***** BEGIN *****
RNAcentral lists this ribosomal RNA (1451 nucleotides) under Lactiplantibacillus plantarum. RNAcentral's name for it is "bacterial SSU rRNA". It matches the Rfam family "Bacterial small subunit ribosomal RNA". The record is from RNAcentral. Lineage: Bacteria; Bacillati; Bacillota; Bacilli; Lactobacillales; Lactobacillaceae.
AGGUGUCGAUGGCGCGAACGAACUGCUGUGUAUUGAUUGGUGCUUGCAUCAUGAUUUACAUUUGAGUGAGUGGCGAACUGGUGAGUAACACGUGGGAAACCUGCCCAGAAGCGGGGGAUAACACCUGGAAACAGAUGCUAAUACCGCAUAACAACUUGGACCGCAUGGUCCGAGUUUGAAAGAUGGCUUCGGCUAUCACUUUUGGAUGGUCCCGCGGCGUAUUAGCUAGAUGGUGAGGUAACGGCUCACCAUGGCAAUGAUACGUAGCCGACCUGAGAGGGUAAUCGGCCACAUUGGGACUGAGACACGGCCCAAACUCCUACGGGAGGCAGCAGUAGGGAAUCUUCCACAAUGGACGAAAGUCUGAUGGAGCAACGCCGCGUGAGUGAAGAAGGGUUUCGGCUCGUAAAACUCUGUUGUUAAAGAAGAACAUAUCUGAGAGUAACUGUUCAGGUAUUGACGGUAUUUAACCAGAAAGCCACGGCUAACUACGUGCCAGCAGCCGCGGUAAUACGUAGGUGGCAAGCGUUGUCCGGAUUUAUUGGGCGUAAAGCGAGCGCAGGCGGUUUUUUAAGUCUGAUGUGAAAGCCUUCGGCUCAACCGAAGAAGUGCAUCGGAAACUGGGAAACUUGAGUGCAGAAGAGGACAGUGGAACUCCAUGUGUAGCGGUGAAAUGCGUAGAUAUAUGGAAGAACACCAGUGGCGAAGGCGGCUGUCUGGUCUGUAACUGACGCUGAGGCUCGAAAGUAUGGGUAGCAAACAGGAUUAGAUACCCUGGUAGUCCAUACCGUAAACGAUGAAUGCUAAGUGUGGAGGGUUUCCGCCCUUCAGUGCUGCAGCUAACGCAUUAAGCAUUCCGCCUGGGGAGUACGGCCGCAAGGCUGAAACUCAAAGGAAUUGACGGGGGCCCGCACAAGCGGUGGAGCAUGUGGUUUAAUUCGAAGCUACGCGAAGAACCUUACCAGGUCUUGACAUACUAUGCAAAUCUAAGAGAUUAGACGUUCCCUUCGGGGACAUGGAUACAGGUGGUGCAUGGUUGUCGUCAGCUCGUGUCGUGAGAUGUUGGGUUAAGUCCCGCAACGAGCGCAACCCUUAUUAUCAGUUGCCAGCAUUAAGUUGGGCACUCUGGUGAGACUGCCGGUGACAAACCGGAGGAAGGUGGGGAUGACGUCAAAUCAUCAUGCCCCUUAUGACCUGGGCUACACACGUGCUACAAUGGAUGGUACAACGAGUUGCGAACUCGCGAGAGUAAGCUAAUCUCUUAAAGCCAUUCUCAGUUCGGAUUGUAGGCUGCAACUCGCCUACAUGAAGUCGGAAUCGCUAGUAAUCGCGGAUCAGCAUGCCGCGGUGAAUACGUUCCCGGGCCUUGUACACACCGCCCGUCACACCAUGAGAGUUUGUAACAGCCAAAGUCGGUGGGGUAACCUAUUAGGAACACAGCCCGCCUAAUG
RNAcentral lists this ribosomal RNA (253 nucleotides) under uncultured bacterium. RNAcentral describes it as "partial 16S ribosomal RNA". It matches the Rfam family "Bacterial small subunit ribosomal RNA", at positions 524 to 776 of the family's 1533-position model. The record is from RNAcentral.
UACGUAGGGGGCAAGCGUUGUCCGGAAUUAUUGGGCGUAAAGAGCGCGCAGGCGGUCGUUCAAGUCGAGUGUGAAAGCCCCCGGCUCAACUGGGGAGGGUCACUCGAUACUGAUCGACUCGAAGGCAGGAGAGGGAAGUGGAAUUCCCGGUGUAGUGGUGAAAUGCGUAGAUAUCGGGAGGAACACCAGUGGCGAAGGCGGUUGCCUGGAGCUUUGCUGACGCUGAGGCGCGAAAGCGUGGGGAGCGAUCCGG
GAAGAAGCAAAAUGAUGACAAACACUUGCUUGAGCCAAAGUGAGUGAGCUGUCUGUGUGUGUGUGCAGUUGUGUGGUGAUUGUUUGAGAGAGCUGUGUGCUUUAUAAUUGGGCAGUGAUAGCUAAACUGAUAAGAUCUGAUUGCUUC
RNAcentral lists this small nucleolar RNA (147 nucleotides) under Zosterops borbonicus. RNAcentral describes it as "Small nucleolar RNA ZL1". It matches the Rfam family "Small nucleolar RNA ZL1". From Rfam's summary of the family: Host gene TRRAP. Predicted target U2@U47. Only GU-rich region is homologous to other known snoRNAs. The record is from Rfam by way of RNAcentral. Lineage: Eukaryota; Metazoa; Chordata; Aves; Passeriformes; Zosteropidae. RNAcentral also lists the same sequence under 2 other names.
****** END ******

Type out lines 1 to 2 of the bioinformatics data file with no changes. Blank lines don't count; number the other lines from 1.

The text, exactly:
RNAcentral lists this ribosomal RNA (1451 nucleotides) under Lactiplantibacillus plantarum. RNAcentral's name for it is "bacterial SSU rRNA". It matches the Rfam family "Bacterial small subunit ribosomal RNA". The record is from RNAcentral. Lineage: Bacteria; Bacillati; Bacillota; Bacilli; Lactobacillales; Lactobacillaceae.
AGGUGUCGAUGGCGCGAACGAACUGCUGUGUAUUGAUUGGUGCUUGCAUCAUGAUUUACAUUUGAGUGAGUGGCGAACUGGUGAGUAACACGUGGGAAACCUGCCCAGAAGCGGGGGAUAACACCUGGAAACAGAUGCUAAUACCGCAUAACAACUUGGACCGCAUGGUCCGAGUUUGAAAGAUGGCUUCGGCUAUCACUUUUGGAUGGUCCCGCGGCGUAUUAGCUAGAUGGUGAGGUAACGGCUCACCAUGGCAAUGAUACGUAGCCGACCUGAGAGGGUAAUCGGCCACAUUGGGACUGAGACACGGCCCAAACUCCUACGGGAGGCAGCAGUAGGGAAUCUUCCACAAUGGACGAAAGUCUGAUGGAGCAACGCCGCGUGAGUGAAGAAGGGUUUCGGCUCGUAAAACUCUGUUGUUAAAGAAGAACAUAUCUGAGAGUAACUGUUCAGGUAUUGACGGUAUUUAACCAGAAAGCCACGGCUAACUACGUGCCAGCAGCCGCGGUAAUACGUAGGUGGCAAGCGUUGUCCGGAUUUAUUGGGCGUAAAGCGAGCGCAGGCGGUUUUUUAAGUCUGAUGUGAAAGCCUUCGGCUCAACCGAAGAAGUGCAUCGGAAACUGGGAAACUUGAGUGCAGAAGAGGACAGUGGAACUCCAUGUGUAGCGGUGAAAUGCGUAGAUAUAUGGAAGAACACCAGUGGCGAAGGCGGCUGUCUGGUCUGUAACUGACGCUGAGGCUCGAAAGUAUGGGUAGCAAACAGGAUUAGAUACCCUGGUAGUCCAUACCGUAAACGAUGAAUGCUAAGUGUGGAGGGUUUCCGCCCUUCAGUGCUGCAGCUAACGCAUUAAGCAUUCCGCCUGGGGAGUACGGCCGCAAGGCUGAAACUCAAAGGAAUUGACGGGGGCCCGCACAAGCGGUGGAGCAUGUGGUUUAAUUCGAAGCUACGCGAAGAACCUUACCAGGUCUUGACAUACUAUGCAAAUCUAAGAGAUUAGACGUUCCCUUCGGGGACAUGGAUACAGGUGGUGCAUGGUUGUCGUCAGCUCGUGUCGUGAGAUGUUGGGUUAAGUCCCGCAACGAGCGCAACCCUUAUUAUCAGUUGCCAGCAUUAAGUUGGGCACUCUGGUGAGACUGCCGGUGACAAACCGGAGGAAGGUGGGGAUGACGUCAAAUCAUCAUGCCCCUUAUGACCUGGGCUACACACGUGCUACAAUGGAUGGUACAACGAGUUGCGAACUCGCGAGAGUAAGCUAAUCUCUUAAAGCCAUUCUCAGUUCGGAUUGUAGGCUGCAACUCGCCUACAUGAAGUCGGAAUCGCUAGUAAUCGCGGAUCAGCAUGCCGCGGUGAAUACGUUCCCGGGCCUUGUACACACCGCCCGUCACACCAUGAGAGUUUGUAACAGCCAAAGUCGGUGGGGUAACCUAUUAGGAACACAGCCCGCCUAAUG